Interactive voice response system – Security Testing Handbook for Banking Applications

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o Check if a user can manipulate requests and modify
credit/debit card details of a customer using
parameter manipulation.
o Check if a user can gain unauthorised access to
privileged functions by escalating privileges using
SQL injection.
An attacker creates new users and assign roles to them:
o Check if a user can create new users by manipulating
requests using parameter manipulation.
Interactive voice response system
Interactive voice response systems (IVRs) are used by
banks as a customer service interface. Customers can use
the IVR to get answers to frequently asked questions – this
reduces the number of support personnel the bank requires
to answer customer queries.
Most IVRs answer common questions a client might have:
the balance in an account
the status of a transaction
the status of a cheque
finding the nearest ATM or branch.
More advanced IVRs also let customers give instructions as
part of telephone banking:
instructions for fund transfer
instructions to schedule transfers
instructions to stop cheques
instructions to change the PIN
instructions to change the address.
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The IVR in turn interfaces with back-end systems to get
answers to the queries and initiate the transactions.
Customers with active accounts in the bank can use the IVR
to make queries or perform transactions. It is primarily
useful for those customers who do not have or are
unfamiliar with an Internet connection. It is also useful for
customers who do not have the time to go to a branch.
The IVR application contains three back-end components.
Their functions are:
Manage valid user accounts who wish to use phone
banking.
PIN management when a customer enters their
credit/debit card details.
Web user interface to complete the transaction after
customer verification.
Customer care administrators control these components.
The customer has no direct login to these back-end
components. The attacker could be a customer care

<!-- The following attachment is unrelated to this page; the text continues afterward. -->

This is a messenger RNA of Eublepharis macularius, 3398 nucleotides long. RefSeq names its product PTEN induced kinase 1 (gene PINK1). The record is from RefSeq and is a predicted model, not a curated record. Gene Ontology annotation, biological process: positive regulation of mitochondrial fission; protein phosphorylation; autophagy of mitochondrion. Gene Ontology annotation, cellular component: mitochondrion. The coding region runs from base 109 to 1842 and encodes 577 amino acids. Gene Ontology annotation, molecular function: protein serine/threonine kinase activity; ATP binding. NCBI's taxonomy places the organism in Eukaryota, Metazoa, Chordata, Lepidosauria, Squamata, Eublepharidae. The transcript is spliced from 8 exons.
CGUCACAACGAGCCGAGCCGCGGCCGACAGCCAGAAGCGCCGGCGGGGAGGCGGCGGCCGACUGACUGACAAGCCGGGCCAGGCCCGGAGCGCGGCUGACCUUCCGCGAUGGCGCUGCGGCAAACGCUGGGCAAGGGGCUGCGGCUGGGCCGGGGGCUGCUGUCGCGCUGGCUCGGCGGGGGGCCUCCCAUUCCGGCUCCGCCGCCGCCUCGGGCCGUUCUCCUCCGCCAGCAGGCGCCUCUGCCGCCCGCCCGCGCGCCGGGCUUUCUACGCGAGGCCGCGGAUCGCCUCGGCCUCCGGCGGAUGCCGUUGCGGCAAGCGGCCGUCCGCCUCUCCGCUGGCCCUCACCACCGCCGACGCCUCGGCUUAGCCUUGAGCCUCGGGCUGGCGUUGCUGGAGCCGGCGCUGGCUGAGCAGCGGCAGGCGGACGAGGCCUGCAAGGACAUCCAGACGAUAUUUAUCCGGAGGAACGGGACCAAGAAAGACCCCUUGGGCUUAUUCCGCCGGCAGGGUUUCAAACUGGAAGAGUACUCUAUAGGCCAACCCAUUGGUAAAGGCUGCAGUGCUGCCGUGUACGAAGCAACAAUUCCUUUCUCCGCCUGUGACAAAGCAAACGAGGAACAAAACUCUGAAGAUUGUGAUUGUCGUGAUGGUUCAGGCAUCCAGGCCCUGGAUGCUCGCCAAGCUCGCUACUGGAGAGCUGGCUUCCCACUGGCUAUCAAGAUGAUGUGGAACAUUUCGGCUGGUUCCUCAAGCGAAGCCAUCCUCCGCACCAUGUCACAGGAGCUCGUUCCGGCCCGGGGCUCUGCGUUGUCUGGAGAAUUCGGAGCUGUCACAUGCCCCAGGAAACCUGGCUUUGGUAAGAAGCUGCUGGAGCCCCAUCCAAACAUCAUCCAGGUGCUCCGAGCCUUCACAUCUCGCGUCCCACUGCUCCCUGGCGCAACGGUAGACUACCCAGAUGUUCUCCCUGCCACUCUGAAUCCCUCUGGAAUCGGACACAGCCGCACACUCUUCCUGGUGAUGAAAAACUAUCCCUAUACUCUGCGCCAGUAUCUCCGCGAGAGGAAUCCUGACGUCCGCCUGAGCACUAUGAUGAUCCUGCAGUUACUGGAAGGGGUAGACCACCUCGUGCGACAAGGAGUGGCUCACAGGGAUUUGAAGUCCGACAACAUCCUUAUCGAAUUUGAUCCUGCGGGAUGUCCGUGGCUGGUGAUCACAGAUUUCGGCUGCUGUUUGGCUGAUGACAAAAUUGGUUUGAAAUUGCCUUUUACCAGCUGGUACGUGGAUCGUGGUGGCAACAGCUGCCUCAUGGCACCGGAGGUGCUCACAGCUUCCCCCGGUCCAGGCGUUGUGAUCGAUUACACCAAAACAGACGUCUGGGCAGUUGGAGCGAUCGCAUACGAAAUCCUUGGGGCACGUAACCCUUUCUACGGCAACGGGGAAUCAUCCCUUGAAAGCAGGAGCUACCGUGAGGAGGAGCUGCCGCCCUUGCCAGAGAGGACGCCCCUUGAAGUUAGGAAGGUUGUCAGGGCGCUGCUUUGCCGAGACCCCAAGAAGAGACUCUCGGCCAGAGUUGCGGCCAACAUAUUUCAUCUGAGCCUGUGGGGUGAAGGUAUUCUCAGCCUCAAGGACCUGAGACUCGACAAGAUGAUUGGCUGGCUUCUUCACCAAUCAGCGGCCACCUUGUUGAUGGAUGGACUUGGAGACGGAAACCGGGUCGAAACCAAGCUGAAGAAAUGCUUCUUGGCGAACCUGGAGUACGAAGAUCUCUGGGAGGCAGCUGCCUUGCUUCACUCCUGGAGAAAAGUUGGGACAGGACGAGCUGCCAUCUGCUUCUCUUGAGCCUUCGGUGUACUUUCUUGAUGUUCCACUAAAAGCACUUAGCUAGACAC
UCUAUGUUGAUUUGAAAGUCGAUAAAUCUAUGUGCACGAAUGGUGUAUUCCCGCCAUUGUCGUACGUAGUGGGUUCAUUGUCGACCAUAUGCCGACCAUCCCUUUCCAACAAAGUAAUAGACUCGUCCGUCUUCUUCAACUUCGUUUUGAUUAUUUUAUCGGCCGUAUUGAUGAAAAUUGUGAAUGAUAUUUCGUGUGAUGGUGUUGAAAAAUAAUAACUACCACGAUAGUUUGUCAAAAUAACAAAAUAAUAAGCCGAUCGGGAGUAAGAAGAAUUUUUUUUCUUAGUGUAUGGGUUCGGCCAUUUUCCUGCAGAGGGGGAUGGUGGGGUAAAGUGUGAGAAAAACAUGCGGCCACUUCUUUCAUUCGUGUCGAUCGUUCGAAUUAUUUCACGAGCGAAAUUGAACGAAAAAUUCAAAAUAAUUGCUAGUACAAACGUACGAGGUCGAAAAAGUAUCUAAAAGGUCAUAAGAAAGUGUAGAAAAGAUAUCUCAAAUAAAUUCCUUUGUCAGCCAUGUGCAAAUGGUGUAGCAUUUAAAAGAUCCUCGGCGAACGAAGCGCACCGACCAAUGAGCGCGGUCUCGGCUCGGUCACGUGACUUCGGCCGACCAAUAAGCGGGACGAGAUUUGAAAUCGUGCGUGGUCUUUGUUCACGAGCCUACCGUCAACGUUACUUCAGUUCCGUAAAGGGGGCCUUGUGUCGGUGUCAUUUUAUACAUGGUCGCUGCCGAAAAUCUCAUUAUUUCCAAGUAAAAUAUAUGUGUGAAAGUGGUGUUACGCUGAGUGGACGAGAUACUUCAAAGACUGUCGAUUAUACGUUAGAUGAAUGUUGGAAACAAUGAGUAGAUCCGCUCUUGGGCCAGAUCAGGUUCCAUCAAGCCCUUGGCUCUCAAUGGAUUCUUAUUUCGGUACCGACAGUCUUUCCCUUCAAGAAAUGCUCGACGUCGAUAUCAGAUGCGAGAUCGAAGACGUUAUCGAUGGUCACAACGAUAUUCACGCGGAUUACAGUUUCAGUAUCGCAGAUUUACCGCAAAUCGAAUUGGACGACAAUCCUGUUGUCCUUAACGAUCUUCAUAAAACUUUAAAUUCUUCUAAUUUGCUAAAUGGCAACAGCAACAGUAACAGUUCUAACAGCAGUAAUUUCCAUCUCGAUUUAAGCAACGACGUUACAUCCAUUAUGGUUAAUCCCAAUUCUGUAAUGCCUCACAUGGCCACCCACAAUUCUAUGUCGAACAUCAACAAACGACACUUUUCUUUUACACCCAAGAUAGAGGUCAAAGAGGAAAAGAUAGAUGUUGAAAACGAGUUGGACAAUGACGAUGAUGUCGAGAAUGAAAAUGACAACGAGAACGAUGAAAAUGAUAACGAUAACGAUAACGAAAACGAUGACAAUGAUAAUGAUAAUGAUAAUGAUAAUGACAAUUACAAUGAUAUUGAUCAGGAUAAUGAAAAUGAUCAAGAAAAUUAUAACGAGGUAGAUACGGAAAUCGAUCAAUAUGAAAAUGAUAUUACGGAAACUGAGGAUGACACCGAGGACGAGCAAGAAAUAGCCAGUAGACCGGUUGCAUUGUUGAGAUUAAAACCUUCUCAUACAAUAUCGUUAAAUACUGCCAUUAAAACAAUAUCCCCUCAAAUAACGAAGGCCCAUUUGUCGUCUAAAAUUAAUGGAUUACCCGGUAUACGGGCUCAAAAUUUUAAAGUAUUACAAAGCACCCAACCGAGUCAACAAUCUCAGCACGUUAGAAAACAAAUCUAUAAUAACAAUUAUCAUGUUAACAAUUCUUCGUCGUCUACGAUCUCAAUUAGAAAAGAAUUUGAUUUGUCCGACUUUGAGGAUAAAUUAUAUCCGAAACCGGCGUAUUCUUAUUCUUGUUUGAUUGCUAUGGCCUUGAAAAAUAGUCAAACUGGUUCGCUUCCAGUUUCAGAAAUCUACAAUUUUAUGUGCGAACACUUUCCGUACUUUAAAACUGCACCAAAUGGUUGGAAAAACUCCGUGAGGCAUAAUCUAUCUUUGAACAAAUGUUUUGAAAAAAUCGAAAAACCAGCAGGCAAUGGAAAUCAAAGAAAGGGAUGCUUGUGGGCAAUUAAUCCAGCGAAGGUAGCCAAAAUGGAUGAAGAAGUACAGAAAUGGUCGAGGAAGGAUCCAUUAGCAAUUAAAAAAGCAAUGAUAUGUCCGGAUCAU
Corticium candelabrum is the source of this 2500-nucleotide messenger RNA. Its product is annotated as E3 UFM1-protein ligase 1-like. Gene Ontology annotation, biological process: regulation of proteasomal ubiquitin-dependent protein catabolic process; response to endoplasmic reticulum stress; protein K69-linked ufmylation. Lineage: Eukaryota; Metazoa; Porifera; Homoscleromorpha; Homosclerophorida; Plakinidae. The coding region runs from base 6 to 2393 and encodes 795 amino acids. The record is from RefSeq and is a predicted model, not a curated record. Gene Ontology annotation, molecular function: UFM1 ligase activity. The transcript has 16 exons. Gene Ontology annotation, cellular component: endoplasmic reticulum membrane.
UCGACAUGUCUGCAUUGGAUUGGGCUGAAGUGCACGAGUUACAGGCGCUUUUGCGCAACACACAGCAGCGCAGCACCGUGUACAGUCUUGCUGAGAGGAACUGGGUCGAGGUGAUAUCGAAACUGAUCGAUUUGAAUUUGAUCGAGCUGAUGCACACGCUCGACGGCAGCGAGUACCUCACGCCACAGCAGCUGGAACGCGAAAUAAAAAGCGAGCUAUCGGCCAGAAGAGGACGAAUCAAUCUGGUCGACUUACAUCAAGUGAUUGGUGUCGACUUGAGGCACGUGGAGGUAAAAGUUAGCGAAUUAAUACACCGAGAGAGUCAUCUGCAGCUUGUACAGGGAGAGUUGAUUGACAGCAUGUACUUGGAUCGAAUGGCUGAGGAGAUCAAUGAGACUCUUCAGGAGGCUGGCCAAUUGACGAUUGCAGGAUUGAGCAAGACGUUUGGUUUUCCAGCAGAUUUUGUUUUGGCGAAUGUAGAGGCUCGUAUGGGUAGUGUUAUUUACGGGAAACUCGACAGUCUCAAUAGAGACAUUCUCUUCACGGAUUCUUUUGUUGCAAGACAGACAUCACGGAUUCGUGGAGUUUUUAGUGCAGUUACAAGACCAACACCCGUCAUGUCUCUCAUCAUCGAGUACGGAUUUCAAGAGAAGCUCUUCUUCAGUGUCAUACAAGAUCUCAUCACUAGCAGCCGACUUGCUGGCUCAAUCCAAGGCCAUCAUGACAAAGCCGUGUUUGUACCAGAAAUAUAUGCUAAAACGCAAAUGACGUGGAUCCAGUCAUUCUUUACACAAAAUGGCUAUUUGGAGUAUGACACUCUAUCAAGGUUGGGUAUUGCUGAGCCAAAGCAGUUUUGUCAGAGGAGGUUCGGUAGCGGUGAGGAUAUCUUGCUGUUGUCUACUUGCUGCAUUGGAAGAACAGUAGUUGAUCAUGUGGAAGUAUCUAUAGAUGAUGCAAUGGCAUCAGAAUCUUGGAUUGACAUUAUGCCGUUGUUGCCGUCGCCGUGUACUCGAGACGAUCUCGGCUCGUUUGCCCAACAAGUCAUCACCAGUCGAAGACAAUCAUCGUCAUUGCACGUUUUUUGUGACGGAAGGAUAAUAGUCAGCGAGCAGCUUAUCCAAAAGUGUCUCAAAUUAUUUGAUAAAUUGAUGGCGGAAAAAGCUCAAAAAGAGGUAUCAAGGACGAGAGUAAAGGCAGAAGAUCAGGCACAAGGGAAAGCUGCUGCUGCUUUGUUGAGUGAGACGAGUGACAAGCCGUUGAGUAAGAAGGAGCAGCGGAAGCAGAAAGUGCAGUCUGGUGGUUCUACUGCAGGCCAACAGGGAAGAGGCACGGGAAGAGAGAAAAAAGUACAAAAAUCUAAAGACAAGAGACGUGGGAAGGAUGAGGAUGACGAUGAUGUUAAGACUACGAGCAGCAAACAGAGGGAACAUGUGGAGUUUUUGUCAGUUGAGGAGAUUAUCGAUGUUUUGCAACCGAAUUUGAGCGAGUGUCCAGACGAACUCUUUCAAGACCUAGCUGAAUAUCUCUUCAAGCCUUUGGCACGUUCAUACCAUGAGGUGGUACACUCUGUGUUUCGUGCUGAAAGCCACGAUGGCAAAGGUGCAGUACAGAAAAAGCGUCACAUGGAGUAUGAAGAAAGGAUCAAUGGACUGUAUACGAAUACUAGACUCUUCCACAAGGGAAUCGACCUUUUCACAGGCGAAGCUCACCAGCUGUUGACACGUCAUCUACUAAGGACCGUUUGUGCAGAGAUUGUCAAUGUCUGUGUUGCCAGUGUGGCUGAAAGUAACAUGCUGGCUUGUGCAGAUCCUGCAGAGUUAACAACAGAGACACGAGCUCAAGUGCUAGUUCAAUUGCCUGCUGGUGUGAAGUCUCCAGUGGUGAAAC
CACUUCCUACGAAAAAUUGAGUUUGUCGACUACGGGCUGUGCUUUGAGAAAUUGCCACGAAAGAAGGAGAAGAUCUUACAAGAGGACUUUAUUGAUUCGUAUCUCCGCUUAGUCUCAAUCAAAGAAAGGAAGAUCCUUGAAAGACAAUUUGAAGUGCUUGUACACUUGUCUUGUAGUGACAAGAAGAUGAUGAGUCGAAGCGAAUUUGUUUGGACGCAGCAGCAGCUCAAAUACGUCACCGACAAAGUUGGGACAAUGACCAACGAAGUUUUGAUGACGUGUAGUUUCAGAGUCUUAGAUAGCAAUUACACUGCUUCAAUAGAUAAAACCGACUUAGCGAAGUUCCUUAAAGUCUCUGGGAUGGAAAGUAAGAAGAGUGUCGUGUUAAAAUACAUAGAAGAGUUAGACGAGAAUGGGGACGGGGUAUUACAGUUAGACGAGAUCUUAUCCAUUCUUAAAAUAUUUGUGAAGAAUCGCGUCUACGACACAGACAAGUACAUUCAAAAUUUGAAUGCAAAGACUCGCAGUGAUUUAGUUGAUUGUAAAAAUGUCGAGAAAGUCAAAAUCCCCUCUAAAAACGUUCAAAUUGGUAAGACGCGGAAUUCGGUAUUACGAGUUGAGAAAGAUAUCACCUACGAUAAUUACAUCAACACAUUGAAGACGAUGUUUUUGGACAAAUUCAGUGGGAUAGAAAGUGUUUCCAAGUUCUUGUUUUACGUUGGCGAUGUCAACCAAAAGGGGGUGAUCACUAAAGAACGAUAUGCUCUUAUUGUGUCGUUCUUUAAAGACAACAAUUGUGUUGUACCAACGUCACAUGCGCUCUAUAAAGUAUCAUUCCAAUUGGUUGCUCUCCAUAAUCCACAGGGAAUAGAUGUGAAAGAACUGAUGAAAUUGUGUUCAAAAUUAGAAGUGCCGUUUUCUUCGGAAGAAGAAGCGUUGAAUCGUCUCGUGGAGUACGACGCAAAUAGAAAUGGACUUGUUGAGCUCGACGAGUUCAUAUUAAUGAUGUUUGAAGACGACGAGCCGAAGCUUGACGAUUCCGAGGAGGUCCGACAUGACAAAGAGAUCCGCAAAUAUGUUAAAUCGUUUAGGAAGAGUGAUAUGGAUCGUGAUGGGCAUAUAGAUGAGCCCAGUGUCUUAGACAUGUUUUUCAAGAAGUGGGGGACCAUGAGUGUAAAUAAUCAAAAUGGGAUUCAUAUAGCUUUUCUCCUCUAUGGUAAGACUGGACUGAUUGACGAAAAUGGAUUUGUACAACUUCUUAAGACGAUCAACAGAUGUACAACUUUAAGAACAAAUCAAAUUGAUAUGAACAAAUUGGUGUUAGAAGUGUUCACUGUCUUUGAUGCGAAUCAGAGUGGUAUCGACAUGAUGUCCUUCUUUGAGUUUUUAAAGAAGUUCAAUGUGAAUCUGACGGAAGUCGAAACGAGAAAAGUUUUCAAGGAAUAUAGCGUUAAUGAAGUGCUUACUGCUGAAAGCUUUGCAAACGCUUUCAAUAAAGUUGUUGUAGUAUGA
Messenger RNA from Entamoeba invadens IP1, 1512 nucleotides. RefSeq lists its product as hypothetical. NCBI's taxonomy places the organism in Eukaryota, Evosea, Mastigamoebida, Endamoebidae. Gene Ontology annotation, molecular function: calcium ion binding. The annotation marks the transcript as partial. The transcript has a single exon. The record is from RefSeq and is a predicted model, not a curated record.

administrator who has access to any of the components of
the application. The attacker could also be a customer who
tries to bypass the menus provided by the IVR to the
customer.
Threat profile
An attacker gains unauthorised access to another agent’s
screen.
An attacker gains complete access to customer credit
card data.
An attacker deletes customer debit/credit card PINs
without an audit trail.
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An attacker performs a customer transaction even
without a phone call being made.
An attacker bypasses predefined menus which don’t map
to a specific telephone code.
An attacker forces the system to misbehave by
forwarding incorrect calls to agents.
An attacker performs a transaction with a fake credit
card.
An attacker bypasses application restrictions to perform
other customer transactions without valid authorisation.
Test plan
An attacker gains unauthorised access to another agent’s
screen:
o Check if a user can gain unauthorised access to the
database by using SQL injection.
o Check if a user can view another user’s screen using
parameter manipulation.
o Check if a user can obtain physical access to another
user machine.
An attacker gains complete access to customer credit
card data:
o Check if a user can gain unauthorised access to the
database by using SQL injection.
o Check if a user can obtain credit card information
using parameter manipulation.
An attacker deletes customer debit/credit card PINs
without an audit trail:
o Check if a user can gain unauthorised access to the
database by using SQL injection.
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o Check if a user can delete user credit/debit card PINs
using parameter manipulation.
o Check if a user can gain access to the folders where
the audit trail is stored.
An attacker performs a customer transaction even
without a phone call being made:
o Check if a user can simulate valid phone traffic.
o Check if a user can create a fake transaction by
replaying a valid request.
An attacker bypasses predefined menus which don’t map
to a specific telephone code:
o Check if an attacker can enter an invalid combination
of codes which cause hidden menus to be invoked by
the application.
An attacker forces the system to misbehave by
forwarding incorrect calls to agents:
o Check if a user can gain access to the middleware
which stores the mapping of agents and their skill
sets.
o Check if a user can gain physical access to the
middleware.
An attacker performs a transaction with a fake credit
card:
o Check if a user can gain access to the middleware
which stores credit card information.
o Check if a user can trick the agent into believing that
a valid credit card number was entered.
An attacker bypasses application restrictions to perform
other customer transactions without valid authorisation:
o Check if a user can replay a previous valid request
using parameter manipulation.